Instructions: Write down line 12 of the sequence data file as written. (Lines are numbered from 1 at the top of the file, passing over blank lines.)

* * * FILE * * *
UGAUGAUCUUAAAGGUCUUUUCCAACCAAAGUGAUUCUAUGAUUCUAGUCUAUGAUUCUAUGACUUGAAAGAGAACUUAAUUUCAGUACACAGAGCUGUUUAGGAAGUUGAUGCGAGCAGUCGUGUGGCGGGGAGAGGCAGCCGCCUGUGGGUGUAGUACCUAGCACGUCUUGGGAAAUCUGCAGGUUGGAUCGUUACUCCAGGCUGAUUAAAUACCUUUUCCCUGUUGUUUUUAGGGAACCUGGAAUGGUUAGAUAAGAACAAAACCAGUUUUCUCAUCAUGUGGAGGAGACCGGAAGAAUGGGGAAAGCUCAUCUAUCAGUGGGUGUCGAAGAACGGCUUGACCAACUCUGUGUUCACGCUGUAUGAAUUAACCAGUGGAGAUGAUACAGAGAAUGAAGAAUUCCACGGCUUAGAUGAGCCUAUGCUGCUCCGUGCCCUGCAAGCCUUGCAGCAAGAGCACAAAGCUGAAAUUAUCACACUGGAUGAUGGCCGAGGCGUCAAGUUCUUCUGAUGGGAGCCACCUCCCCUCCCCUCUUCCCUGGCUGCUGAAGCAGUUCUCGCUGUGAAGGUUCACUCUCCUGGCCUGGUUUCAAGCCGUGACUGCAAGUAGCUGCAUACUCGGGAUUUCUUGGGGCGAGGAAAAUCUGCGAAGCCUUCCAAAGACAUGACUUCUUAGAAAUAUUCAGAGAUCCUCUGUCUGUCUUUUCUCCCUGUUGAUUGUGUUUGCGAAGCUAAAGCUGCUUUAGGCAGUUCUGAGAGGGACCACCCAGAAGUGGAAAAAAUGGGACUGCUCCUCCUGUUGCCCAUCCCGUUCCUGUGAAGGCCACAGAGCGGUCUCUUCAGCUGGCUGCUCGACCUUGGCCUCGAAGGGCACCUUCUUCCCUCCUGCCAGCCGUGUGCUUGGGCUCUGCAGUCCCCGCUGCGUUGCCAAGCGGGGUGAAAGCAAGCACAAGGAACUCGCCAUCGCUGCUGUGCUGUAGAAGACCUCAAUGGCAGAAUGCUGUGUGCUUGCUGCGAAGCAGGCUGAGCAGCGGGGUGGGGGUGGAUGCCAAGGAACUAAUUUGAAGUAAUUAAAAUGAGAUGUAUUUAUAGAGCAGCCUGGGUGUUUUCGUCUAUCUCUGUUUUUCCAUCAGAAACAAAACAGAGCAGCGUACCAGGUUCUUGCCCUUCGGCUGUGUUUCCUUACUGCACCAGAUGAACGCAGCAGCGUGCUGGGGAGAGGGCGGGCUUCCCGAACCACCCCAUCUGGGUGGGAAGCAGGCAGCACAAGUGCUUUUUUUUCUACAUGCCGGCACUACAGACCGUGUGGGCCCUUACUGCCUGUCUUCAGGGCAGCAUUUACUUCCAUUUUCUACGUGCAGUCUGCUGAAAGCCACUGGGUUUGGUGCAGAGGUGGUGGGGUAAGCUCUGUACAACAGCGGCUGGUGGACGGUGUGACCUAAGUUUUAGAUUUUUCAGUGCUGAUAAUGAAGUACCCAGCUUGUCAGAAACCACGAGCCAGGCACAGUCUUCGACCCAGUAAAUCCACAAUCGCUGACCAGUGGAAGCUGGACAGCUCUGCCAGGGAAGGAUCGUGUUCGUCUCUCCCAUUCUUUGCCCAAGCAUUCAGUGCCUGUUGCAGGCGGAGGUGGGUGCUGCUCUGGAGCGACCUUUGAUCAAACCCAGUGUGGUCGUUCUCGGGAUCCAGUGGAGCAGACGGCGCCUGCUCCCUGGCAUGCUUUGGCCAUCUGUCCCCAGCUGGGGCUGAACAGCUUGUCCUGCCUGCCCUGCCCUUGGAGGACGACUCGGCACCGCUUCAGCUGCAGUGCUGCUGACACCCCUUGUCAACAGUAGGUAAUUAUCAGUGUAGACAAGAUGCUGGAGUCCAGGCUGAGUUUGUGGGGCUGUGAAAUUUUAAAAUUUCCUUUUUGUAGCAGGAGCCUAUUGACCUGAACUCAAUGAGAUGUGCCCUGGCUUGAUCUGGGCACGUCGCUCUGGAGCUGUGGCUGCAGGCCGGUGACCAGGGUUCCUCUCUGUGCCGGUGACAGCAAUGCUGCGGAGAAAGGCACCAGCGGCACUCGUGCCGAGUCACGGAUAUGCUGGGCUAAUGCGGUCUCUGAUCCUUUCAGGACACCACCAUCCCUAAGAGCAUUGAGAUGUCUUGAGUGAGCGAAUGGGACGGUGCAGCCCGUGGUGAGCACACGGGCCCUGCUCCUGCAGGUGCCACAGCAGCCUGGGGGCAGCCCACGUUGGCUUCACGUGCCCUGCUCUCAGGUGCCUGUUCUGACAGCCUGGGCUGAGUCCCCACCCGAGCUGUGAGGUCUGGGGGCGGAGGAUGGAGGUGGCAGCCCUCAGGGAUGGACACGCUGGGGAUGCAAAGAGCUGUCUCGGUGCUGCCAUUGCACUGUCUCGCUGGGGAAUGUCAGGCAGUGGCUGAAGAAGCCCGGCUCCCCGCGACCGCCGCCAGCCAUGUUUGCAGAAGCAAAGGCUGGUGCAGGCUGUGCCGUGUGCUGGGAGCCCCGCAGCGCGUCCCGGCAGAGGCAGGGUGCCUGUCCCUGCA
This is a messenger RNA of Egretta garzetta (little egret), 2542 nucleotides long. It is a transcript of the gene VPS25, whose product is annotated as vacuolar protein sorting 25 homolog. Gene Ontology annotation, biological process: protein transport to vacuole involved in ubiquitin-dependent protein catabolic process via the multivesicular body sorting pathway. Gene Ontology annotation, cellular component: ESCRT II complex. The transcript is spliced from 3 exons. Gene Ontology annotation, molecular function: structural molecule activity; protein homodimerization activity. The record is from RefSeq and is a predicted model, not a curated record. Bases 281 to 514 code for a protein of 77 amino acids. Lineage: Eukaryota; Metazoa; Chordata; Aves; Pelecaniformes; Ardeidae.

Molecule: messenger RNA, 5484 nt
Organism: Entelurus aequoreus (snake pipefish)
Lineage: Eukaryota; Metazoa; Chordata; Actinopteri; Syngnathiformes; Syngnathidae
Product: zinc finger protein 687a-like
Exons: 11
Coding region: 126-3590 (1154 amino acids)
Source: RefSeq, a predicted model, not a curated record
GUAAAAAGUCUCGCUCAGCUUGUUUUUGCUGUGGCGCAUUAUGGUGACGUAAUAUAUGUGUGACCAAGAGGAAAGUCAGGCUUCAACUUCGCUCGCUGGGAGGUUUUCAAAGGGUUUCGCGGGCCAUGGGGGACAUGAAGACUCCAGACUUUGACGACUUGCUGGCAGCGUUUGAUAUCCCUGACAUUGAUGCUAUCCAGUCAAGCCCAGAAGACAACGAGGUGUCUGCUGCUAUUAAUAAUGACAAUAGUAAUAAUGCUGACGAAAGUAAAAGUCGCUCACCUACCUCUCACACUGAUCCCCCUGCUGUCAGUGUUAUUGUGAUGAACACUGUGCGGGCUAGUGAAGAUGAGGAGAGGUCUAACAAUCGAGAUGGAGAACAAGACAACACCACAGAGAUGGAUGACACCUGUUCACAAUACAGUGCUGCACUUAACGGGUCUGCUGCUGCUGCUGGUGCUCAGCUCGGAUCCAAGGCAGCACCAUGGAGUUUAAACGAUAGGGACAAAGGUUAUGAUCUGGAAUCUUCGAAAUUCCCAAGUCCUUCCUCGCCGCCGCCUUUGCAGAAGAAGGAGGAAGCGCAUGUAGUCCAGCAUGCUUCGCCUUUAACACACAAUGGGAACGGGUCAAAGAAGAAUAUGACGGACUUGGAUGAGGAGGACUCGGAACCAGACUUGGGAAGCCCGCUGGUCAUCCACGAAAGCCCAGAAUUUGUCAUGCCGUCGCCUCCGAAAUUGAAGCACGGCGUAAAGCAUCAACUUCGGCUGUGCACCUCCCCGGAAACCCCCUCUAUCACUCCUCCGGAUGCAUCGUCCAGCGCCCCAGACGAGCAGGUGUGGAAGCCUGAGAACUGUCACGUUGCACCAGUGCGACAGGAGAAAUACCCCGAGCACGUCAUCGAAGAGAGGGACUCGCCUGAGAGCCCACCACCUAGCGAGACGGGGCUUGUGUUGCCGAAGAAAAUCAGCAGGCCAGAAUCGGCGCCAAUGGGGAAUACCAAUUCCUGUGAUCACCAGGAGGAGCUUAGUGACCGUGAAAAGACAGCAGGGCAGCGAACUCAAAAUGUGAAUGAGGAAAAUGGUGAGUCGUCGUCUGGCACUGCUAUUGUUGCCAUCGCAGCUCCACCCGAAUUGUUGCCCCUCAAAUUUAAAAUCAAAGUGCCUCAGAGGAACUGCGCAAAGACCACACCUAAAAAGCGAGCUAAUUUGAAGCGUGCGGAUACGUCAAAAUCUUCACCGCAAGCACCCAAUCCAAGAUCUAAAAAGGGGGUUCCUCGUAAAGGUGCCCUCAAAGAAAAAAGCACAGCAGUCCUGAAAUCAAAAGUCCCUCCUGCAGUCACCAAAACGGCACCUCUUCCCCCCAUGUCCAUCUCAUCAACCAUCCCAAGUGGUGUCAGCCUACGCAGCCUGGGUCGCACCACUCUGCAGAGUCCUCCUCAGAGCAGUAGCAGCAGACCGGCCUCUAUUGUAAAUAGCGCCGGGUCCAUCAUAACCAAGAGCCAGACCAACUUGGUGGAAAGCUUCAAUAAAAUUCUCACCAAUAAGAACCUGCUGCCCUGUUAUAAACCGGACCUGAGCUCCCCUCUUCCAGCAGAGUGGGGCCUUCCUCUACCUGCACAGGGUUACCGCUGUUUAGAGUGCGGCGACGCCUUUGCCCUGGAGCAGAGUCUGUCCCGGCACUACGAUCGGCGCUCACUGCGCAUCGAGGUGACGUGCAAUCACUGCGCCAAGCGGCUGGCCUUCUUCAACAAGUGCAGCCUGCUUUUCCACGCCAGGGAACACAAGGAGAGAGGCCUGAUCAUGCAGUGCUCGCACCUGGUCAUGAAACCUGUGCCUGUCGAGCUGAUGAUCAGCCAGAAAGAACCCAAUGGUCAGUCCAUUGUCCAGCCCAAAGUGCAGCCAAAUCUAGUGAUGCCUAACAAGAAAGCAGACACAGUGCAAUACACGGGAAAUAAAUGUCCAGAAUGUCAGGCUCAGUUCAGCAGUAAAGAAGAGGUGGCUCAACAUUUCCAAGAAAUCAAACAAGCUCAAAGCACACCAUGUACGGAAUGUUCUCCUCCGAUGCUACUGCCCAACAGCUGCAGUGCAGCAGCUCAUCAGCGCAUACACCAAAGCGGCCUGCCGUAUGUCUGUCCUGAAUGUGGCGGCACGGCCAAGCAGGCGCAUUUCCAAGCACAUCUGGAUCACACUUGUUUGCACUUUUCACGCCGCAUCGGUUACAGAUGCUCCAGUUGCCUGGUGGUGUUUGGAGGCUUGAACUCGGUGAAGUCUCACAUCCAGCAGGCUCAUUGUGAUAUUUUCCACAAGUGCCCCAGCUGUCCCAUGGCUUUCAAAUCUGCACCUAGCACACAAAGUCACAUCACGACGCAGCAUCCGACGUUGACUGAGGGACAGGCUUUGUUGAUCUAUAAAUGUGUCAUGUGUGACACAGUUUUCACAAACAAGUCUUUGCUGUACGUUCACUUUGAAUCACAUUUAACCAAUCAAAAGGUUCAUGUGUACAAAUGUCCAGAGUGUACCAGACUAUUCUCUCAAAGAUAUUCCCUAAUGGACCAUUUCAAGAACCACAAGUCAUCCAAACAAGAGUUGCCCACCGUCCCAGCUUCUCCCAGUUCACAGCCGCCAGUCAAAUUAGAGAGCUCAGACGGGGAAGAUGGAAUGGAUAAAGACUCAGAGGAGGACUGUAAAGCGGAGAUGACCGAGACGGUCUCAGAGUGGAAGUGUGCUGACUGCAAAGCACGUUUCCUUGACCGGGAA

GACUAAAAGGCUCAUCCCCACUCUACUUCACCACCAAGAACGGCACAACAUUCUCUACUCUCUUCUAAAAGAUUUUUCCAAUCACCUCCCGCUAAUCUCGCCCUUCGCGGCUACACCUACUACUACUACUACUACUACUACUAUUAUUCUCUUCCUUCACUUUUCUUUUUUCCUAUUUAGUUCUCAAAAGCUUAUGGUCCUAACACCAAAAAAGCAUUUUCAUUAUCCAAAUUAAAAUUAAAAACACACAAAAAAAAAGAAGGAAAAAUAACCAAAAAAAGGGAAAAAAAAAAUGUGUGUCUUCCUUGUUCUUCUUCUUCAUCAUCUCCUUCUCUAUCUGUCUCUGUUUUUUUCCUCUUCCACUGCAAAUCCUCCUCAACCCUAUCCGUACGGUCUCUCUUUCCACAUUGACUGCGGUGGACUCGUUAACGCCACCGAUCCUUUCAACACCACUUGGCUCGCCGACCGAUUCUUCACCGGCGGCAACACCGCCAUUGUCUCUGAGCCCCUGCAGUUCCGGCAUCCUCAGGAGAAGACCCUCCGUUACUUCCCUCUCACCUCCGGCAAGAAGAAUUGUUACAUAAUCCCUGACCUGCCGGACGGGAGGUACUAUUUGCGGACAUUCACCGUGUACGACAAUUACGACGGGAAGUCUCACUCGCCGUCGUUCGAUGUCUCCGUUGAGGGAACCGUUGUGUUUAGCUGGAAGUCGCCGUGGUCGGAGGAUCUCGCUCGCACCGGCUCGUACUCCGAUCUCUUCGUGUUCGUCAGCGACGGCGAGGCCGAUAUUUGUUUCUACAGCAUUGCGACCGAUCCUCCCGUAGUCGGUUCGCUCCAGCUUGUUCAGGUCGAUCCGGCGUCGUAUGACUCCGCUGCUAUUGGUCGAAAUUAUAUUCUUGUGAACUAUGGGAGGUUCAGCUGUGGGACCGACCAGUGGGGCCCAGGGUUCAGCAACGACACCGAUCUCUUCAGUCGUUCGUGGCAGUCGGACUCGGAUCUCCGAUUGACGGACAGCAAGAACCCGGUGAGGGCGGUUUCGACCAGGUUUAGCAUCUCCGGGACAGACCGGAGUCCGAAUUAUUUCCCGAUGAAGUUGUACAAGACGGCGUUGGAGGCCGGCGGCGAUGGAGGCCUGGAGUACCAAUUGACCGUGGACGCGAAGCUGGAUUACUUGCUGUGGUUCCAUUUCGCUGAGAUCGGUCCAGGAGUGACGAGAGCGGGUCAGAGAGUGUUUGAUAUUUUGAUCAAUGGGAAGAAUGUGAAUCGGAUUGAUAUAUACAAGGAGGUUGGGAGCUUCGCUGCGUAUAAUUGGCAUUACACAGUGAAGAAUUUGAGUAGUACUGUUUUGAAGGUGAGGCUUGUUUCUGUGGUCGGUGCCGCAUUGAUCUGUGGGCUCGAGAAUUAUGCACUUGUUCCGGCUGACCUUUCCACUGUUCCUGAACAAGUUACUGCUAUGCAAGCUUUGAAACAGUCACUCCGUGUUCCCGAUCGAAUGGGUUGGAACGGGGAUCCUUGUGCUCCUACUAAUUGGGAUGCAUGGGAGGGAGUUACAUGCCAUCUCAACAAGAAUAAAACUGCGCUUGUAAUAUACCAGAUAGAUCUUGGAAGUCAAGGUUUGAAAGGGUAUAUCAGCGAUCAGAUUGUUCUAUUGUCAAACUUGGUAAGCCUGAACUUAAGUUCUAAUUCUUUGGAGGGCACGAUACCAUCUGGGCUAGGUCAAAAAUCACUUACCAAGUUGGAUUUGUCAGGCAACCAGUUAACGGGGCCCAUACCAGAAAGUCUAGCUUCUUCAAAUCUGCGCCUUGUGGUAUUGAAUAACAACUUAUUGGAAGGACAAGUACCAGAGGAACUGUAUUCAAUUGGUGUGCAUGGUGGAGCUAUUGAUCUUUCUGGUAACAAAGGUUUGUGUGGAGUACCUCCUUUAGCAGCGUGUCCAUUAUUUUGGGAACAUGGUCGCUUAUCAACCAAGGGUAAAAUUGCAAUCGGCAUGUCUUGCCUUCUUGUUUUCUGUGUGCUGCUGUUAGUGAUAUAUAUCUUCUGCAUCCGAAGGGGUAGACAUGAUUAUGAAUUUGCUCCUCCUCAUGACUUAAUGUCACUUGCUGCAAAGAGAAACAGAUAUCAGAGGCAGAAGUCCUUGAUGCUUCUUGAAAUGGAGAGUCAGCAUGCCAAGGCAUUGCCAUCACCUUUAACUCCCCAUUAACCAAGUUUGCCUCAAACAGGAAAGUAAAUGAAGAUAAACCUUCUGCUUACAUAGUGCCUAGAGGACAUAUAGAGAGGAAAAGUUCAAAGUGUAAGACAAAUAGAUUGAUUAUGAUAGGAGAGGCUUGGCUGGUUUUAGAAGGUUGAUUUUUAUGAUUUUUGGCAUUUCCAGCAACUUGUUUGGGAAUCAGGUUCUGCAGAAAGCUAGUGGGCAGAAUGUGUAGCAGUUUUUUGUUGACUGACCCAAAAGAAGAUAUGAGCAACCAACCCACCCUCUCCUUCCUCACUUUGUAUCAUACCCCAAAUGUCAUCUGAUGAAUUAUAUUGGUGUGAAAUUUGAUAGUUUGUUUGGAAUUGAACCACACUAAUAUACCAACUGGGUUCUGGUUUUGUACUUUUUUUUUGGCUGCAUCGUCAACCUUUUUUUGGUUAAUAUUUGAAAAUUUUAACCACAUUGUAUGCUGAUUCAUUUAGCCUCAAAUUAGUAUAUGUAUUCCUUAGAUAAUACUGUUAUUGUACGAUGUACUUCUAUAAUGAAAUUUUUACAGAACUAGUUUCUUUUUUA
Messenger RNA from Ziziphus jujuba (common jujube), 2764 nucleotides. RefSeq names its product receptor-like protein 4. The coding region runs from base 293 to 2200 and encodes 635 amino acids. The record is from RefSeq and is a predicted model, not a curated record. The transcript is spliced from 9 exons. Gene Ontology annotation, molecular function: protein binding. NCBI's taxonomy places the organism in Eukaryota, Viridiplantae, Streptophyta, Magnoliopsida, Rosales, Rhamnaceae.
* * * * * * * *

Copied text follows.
Messenger RNA from Ziziphus jujuba (common jujube), 2764 nucleotides. RefSeq names its product receptor-like protein 4. The coding region runs from base 293 to 2200 and encodes 635 amino acids. The record is from RefSeq and is a predicted model, not a curated record. The transcript is spliced from 9 exons. Gene Ontology annotation, molecular function: protein binding. NCBI's taxonomy places the organism in Eukaryota, Viridiplantae, Streptophyta, Magnoliopsida, Rosales, Rhamnaceae.